Common Climbing Finger Injuries To Avoid!

climbing finger injuries
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Ask any climbing physio what the most common climbing injuries are and you’re guaranteed to hear:

Apparently a whopping 20% of climbers get pulley injuries. But there are others.

Luckily and as common as they are, all of these injuries can be recovered from given the right approach and ample time for recovery.

In this post we have a look at some of the classic climbing finger injuries.

A Trip Down Memory Lane

I remember my first finger injury like it was yesterday.

Five days straight of hard training left my left middle finger a little sore. So I did what any bright 20 year old climber would do: some more bouldering.

An hour of hard closed crimping was followed by a nice distinct “pop” in my left middle finger.

After a diagnosis of a torn A2 pulley, what followed was a lot of climbing downtime, self-pity and the feeling of “I’ll never crimp again”! 

woman with hand injury

Type of Climbing Finger Injuries

Firstly, finger injuries seem to be of the acute type. There’s high strain, followed by something straining, tearing or rupturing. Ouch.

As there are no muscles in the fingers, injuries are either ligament or tendon damage, which unfortunately take much longer to heal.

The most common culprits:

  • Pulley injuries
  • Flexor tendon injuries
  • Collateral ligament injuries

These are soft tissue related and can be ranked in terms of severity:

  1. Grade 1. Strain. A bit of physio please.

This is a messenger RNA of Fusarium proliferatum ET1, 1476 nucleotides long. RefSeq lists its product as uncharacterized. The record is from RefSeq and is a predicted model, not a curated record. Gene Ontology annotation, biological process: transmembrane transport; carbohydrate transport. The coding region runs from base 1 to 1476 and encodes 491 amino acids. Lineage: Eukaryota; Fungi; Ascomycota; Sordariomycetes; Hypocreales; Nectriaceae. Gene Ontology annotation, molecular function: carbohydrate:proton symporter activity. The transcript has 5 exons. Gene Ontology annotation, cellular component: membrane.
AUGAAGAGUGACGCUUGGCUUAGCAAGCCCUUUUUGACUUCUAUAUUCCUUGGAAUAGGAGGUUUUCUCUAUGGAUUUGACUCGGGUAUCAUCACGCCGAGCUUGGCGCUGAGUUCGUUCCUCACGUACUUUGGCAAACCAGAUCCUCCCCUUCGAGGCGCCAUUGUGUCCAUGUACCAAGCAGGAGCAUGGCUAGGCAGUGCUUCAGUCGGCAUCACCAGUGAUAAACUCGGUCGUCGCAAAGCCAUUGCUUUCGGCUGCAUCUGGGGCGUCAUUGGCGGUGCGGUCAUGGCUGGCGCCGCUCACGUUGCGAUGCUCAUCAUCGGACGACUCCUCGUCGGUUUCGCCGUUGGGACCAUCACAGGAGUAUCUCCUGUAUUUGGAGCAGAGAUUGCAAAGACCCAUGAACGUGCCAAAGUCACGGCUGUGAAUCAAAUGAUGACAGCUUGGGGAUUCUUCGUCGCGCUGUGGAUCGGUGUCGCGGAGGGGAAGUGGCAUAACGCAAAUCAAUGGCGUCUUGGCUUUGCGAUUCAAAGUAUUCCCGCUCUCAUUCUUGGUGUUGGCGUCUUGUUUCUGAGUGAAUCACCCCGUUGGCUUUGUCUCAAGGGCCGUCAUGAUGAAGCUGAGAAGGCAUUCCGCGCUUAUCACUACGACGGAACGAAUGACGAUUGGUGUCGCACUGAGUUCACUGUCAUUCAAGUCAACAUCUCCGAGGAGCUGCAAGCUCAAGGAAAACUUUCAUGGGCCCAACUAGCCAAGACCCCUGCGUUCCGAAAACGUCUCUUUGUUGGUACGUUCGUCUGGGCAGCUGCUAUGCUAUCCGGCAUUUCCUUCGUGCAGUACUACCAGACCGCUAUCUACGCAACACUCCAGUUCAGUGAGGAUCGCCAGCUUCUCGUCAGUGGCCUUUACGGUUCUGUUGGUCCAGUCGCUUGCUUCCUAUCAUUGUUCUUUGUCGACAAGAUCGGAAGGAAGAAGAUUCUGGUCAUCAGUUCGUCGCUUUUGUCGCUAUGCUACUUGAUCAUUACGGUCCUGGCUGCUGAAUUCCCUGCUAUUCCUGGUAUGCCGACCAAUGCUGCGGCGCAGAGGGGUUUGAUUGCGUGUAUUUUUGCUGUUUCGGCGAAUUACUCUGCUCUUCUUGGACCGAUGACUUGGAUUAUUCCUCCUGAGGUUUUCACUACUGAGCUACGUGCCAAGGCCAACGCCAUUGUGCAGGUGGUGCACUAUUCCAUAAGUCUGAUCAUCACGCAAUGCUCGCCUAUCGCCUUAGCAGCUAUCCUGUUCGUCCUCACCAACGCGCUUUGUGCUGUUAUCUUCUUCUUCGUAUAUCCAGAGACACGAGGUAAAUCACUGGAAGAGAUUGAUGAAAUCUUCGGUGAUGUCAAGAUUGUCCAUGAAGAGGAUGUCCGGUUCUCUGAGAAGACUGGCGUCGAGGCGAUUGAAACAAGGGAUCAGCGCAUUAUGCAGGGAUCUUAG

2. Grade 2. Tear. Did anyone say call a Doctor?
  3. Grade 3. Rupture. Bring me the surgeon!

Pain with all these types of injuries is quite severe, as with most acute injuries. Direct pressure will make you call for your mummy, as will crimping or even open-handed.

Treating mild versions means putting your feet up, followed by a balance of protection, scar tissue mitigation and then progressive loading to make the injured tissue reform correctly.

If you’ve gone down hardcore alley, you may require full immobilisation or in case of complete ruptures, please stop by your local surgeons office.

Pulley Injuries

finger pulleys

So, 20% of climbers are already familiar with these.

Pulleys are little ligaments that wrap your flexor tendon to the underside of your fingers. Without these, flexing those forearms wouldn’t lead to much grip power.

When you’re crimping too hard or putting too much strain on them, these little things can strain and tear. In the worst cases they rupture. This leaves the tendon in a detached state at the injury point, giving way to a phenomenon called “bowstringing”.

The most common injured pulley is the A2 which is located near the base of your finger, just before the finger joins your palm. Other pulley injuries do also happen though are less frequent.

Flexor Tendon Injuries

hand flexors

The flexor tendons run from the flexor tendon origin at the inside of your elbow (the knobbly bit), all the way down through your forearm, wrist, palm and down each finger.

When you get your pump on these help transfer all the muscle power into finger contraction strength.

You guessed it: tears can occur along the tendon.

Pain is generally felt within the palm of your hand and wrist. Like acute injuries it’s tender and can cause movement in certain fingers to become difficult.

Collateral Ligament Strains

Injured collateral ligaments are the skiers equivalent of pulley injuries in climbers! Here though we’re talking about the finger joint collateral ligaments.

These collateral ligaments surround your finger joints and provide support from sideways loading. Think vertical finger jamming, sidepulls or gastons. These are the usual culprits for injured collateral ligaments.

The middle finger usually gets most of the trauma here, though strains do happen in the index or ring finger.

As with ligaments strains in general there is usually swelling, localized pain and tenderness.